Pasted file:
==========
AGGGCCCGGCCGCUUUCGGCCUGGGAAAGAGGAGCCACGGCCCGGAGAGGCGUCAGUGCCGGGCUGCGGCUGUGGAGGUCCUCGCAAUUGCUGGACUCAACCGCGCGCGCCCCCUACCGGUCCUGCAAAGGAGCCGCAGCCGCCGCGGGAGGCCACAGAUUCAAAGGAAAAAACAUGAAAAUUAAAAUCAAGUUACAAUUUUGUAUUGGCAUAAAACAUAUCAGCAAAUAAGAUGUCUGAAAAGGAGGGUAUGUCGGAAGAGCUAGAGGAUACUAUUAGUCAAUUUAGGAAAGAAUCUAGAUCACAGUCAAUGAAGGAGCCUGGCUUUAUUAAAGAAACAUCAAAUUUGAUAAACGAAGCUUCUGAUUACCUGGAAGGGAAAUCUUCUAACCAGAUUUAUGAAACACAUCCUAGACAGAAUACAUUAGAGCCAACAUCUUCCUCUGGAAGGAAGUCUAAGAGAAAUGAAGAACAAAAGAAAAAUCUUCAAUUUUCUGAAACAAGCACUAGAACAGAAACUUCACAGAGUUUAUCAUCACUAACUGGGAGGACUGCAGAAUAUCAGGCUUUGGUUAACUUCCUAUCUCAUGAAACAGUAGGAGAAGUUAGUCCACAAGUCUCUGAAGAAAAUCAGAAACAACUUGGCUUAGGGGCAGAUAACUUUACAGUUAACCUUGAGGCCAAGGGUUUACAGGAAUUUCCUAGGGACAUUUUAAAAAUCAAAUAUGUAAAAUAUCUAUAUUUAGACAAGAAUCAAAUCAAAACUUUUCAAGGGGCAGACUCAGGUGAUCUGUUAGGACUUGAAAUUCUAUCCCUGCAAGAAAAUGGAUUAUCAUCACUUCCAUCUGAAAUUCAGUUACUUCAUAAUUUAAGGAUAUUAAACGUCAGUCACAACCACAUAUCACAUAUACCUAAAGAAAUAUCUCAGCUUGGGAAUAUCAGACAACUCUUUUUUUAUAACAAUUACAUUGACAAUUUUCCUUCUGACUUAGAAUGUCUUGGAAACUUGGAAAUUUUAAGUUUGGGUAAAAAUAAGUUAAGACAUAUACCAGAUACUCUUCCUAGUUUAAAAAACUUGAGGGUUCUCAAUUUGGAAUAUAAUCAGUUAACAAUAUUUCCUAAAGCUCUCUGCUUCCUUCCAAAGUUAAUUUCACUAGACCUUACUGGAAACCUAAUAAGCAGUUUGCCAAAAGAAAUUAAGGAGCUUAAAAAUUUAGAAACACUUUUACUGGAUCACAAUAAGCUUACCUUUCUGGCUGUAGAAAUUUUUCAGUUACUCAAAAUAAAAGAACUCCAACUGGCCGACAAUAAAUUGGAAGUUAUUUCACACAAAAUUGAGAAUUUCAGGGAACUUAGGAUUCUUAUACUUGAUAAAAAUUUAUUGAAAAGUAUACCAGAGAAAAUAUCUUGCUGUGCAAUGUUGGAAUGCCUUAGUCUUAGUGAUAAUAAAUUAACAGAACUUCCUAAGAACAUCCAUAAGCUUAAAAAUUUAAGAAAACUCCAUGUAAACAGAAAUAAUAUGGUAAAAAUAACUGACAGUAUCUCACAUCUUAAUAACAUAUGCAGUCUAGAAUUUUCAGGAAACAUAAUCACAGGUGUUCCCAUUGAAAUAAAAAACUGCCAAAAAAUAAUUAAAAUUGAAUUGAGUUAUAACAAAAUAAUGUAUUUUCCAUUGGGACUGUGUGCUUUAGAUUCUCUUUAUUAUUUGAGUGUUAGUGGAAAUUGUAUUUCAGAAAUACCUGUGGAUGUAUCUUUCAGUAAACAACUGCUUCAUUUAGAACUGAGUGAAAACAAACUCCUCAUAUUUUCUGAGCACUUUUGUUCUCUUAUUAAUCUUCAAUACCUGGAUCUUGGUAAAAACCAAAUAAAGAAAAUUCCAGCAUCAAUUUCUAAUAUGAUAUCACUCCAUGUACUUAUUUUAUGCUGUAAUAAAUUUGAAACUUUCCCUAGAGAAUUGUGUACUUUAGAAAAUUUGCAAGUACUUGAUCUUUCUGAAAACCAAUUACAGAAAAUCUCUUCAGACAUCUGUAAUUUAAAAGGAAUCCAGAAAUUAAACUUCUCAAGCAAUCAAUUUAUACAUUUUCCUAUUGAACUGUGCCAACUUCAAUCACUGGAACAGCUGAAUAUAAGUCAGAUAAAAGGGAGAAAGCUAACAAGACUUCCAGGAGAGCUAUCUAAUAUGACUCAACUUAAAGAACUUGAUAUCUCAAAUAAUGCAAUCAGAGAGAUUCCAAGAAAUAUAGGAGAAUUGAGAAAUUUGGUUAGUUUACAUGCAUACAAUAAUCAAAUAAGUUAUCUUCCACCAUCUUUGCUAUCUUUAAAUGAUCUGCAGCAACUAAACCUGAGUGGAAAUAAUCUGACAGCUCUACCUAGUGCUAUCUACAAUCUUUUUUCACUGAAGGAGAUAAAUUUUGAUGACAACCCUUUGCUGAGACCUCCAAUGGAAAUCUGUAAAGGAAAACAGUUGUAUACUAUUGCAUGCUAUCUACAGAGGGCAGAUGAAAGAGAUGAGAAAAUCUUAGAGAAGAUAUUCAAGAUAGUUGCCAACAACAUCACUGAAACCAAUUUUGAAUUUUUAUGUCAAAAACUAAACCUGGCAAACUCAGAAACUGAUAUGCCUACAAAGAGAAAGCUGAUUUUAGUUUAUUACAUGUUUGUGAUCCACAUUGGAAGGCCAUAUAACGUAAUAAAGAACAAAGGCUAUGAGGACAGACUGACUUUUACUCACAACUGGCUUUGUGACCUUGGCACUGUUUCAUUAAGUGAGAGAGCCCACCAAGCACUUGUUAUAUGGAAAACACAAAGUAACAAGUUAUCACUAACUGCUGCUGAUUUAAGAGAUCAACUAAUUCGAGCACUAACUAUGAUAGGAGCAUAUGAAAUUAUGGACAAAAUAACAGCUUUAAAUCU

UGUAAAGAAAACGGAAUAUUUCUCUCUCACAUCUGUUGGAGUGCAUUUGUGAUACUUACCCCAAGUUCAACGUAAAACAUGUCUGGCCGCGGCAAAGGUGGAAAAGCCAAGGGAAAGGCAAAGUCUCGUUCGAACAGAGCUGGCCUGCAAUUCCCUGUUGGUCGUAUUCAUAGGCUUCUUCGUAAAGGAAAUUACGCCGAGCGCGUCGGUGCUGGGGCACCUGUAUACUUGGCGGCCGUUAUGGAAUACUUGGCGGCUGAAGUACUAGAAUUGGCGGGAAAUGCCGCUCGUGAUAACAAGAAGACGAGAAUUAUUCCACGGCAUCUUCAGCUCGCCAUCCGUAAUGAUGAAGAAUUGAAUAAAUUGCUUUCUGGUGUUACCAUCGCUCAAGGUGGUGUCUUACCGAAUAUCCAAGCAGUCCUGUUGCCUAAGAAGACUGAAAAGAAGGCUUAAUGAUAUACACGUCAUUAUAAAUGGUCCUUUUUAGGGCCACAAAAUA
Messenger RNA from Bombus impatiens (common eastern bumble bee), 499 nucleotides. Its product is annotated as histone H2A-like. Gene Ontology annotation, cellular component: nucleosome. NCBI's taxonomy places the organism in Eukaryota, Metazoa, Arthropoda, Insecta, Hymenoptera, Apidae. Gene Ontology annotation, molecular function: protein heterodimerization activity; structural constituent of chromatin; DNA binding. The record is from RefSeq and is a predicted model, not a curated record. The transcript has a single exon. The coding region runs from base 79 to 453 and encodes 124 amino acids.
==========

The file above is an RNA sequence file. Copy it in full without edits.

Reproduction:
AGGGCCCGGCCGCUUUCGGCCUGGGAAAGAGGAGCCACGGCCCGGAGAGGCGUCAGUGCCGGGCUGCGGCUGUGGAGGUCCUCGCAAUUGCUGGACUCAACCGCGCGCGCCCCCUACCGGUCCUGCAAAGGAGCCGCAGCCGCCGCGGGAGGCCACAGAUUCAAAGGAAAAAACAUGAAAAUUAAAAUCAAGUUACAAUUUUGUAUUGGCAUAAAACAUAUCAGCAAAUAAGAUGUCUGAAAAGGAGGGUAUGUCGGAAGAGCUAGAGGAUACUAUUAGUCAAUUUAGGAAAGAAUCUAGAUCACAGUCAAUGAAGGAGCCUGGCUUUAUUAAAGAAACAUCAAAUUUGAUAAACGAAGCUUCUGAUUACCUGGAAGGGAAAUCUUCUAACCAGAUUUAUGAAACACAUCCUAGACAGAAUACAUUAGAGCCAACAUCUUCCUCUGGAAGGAAGUCUAAGAGAAAUGAAGAACAAAAGAAAAAUCUUCAAUUUUCUGAAACAAGCACUAGAACAGAAACUUCACAGAGUUUAUCAUCACUAACUGGGAGGACUGCAGAAUAUCAGGCUUUGGUUAACUUCCUAUCUCAUGAAACAGUAGGAGAAGUUAGUCCACAAGUCUCUGAAGAAAAUCAGAAACAACUUGGCUUAGGGGCAGAUAACUUUACAGUUAACCUUGAGGCCAAGGGUUUACAGGAAUUUCCUAGGGACAUUUUAAAAAUCAAAUAUGUAAAAUAUCUAUAUUUAGACAAGAAUCAAAUCAAAACUUUUCAAGGGGCAGACUCAGGUGAUCUGUUAGGACUUGAAAUUCUAUCCCUGCAAGAAAAUGGAUUAUCAUCACUUCCAUCUGAAAUUCAGUUACUUCAUAAUUUAAGGAUAUUAAACGUCAGUCACAACCACAUAUCACAUAUACCUAAAGAAAUAUCUCAGCUUGGGAAUAUCAGACAACUCUUUUUUUAUAACAAUUACAUUGACAAUUUUCCUUCUGACUUAGAAUGUCUUGGAAACUUGGAAAUUUUAAGUUUGGGUAAAAAUAAGUUAAGACAUAUACCAGAUACUCUUCCUAGUUUAAAAAACUUGAGGGUUCUCAAUUUGGAAUAUAAUCAGUUAACAAUAUUUCCUAAAGCUCUCUGCUUCCUUCCAAAGUUAAUUUCACUAGACCUUACUGGAAACCUAAUAAGCAGUUUGCCAAAAGAAAUUAAGGAGCUUAAAAAUUUAGAAACACUUUUACUGGAUCACAAUAAGCUUACCUUUCUGGCUGUAGAAAUUUUUCAGUUACUCAAAAUAAAAGAACUCCAACUGGCCGACAAUAAAUUGGAAGUUAUUUCACACAAAAUUGAGAAUUUCAGGGAACUUAGGAUUCUUAUACUUGAUAAAAAUUUAUUGAAAAGUAUACCAGAGAAAAUAUCUUGCUGUGCAAUGUUGGAAUGCCUUAGUCUUAGUGAUAAUAAAUUAACAGAACUUCCUAAGAACAUCCAUAAGCUUAAAAAUUUAAGAAAACUCCAUGUAAACAGAAAUAAUAUGGUAAAAAUAACUGACAGUAUCUCACAUCUUAAUAACAUAUGCAGUCUAGAAUUUUCAGGAAACAUAAUCACAGGUGUUCCCAUUGAAAUAAAAAACUGCCAAAAAAUAAUUAAAAUUGAAUUGAGUUAUAACAAAAUAAUGUAUUUUCCAUUGGGACUGUGUGCUUUAGAUUCUCUUUAUUAUUUGAGUGUUAGUGGAAAUUGUAUUUCAGAAAUACCUGUGGAUGUAUCUUUCAGUAAACAACUGCUUCAUUUAGAACUGAGUGAAAACAAACUCCUCAUAUUUUCUGAGCACUUUUGUUCUCUUAUUAAUCUUCAAUACCUGGAUCUUGGUAAAAACCAAAUAAAGAAAAUUCCAGCAUCAAUUUCUAAUAUGAUAUCACUCCAUGUACUUAUUUUAUGCUGUAAUAAAUUUGAAACUUUCCCUAGAGAAUUGUGUACUUUAGAAAAUUUGCAAGUACUUGAUCUUUCUGAAAACCAAUUACAGAAAAUCUCUUCAGACAUCUGUAAUUUAAAAGGAAUCCAGAAAUUAAACUUCUCAAGCAAUCAAUUUAUACAUUUUCCUAUUGAACUGUGCCAACUUCAAUCACUGGAACAGCUGAAUAUAAGUCAGAUAAAAGGGAGAAAGCUAACAAGACUUCCAGGAGAGCUAUCUAAUAUGACUCAACUUAAAGAACUUGAUAUCUCAAAUAAUGCAAUCAGAGAGAUUCCAAGAAAUAUAGGAGAAUUGAGAAAUUUGGUUAGUUUACAUGCAUACAAUAAUCAAAUAAGUUAUCUUCCACCAUCUUUGCUAUCUUUAAAUGAUCUGCAGCAACUAAACCUGAGUGGAAAUAAUCUGACAGCUCUACCUAGUGCUAUCUACAAUCUUUUUUCACUGAAGGAGAUAAAUUUUGAUGACAACCCUUUGCUGAGACCUCCAAUGGAAAUCUGUAAAGGAAAACAGUUGUAUACUAUUGCAUGCUAUCUACAGAGGGCAGAUGAAAGAGAUGAGAAAAUCUUAGAGAAGAUAUUCAAGAUAGUUGCCAACAACAUCACUGAAACCAAUUUUGAAUUUUUAUGUCAAAAACUAAACCUGGCAAACUCAGAAACUGAUAUGCCUACAAAGAGAAAGCUGAUUUUAGUUUAUUACAUGUUUGUGAUCCACAUUGGAAGGCCAUAUAACGUAAUAAAGAACAAAGGCUAUGAGGACAGACUGACUUUUACUCACAACUGGCUUUGUGACCUUGGCACUGUUUCAUUAAGUGAGAGAGCCCACCAAGCACUUGUUAUAUGGAAAACACAAAGUAACAAGUUAUCACUAACUGCUGCUGAUUUAAGAGAUCAACUAAUUCGAGCACUAACUAUGAUAGGAGCAUAUGAAAUUAUGGACAAAAUAACAGCUUUAAAUCU

UGUAAAGAAAACGGAAUAUUUCUCUCUCACAUCUGUUGGAGUGCAUUUGUGAUACUUACCCCAAGUUCAACGUAAAACAUGUCUGGCCGCGGCAAAGGUGGAAAAGCCAAGGGAAAGGCAAAGUCUCGUUCGAACAGAGCUGGCCUGCAAUUCCCUGUUGGUCGUAUUCAUAGGCUUCUUCGUAAAGGAAAUUACGCCGAGCGCGUCGGUGCUGGGGCACCUGUAUACUUGGCGGCCGUUAUGGAAUACUUGGCGGCUGAAGUACUAGAAUUGGCGGGAAAUGCCGCUCGUGAUAACAAGAAGACGAGAAUUAUUCCACGGCAUCUUCAGCUCGCCAUCCGUAAUGAUGAAGAAUUGAAUAAAUUGCUUUCUGGUGUUACCAUCGCUCAAGGUGGUGUCUUACCGAAUAUCCAAGCAGUCCUGUUGCCUAAGAAGACUGAAAAGAAGGCUUAAUGAUAUACACGUCAUUAUAAAUGGUCCUUUUUAGGGCCACAAAAUA
Messenger RNA from Bombus impatiens (common eastern bumble bee), 499 nucleotides. Its product is annotated as histone H2A-like. Gene Ontology annotation, cellular component: nucleosome. NCBI's taxonomy places the organism in Eukaryota, Metazoa, Arthropoda, Insecta, Hymenoptera, Apidae. Gene Ontology annotation, molecular function: protein heterodimerization activity; structural constituent of chromatin; DNA binding. The record is from RefSeq and is a predicted model, not a curated record. The transcript has a single exon. The coding region runs from base 79 to 453 and encodes 124 amino acids.